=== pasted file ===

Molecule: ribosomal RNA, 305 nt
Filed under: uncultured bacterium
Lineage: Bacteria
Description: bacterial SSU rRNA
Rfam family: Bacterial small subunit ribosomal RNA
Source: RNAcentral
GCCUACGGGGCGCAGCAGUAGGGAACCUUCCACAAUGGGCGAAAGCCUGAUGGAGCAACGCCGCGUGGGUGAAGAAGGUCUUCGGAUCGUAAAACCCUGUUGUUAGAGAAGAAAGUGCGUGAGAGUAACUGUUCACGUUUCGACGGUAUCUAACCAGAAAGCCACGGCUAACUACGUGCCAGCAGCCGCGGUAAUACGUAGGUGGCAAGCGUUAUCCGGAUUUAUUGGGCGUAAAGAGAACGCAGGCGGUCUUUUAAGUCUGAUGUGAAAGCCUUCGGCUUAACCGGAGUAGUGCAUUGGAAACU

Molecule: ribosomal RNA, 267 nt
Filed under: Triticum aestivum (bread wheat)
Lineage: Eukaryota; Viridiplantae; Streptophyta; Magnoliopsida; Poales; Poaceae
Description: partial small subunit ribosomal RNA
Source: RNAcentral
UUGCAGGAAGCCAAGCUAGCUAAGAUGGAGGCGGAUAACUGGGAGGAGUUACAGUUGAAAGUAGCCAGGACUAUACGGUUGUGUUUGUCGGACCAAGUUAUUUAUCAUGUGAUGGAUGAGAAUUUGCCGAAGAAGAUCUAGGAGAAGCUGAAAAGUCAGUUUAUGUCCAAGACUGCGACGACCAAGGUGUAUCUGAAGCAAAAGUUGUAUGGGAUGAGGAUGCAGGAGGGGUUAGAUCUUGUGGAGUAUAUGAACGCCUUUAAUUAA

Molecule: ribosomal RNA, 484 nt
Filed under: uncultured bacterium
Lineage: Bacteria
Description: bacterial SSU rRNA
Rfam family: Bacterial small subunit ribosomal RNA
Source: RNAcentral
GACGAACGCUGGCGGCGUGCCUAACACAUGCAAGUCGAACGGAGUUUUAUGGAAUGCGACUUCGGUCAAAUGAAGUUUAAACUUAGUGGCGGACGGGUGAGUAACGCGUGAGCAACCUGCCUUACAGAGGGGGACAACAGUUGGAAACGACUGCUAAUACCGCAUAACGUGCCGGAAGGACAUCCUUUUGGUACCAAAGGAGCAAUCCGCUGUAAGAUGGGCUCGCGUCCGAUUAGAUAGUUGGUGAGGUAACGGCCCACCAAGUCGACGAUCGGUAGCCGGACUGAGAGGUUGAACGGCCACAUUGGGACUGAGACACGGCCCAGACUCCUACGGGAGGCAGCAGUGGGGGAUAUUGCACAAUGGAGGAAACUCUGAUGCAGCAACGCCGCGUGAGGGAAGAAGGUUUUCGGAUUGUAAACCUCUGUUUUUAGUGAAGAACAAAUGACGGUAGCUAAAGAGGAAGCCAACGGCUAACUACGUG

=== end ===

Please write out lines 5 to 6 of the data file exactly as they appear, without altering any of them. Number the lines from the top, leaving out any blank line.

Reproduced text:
Rfam family: Bacterial small subunit ribosomal RNA
Source: RNAcentral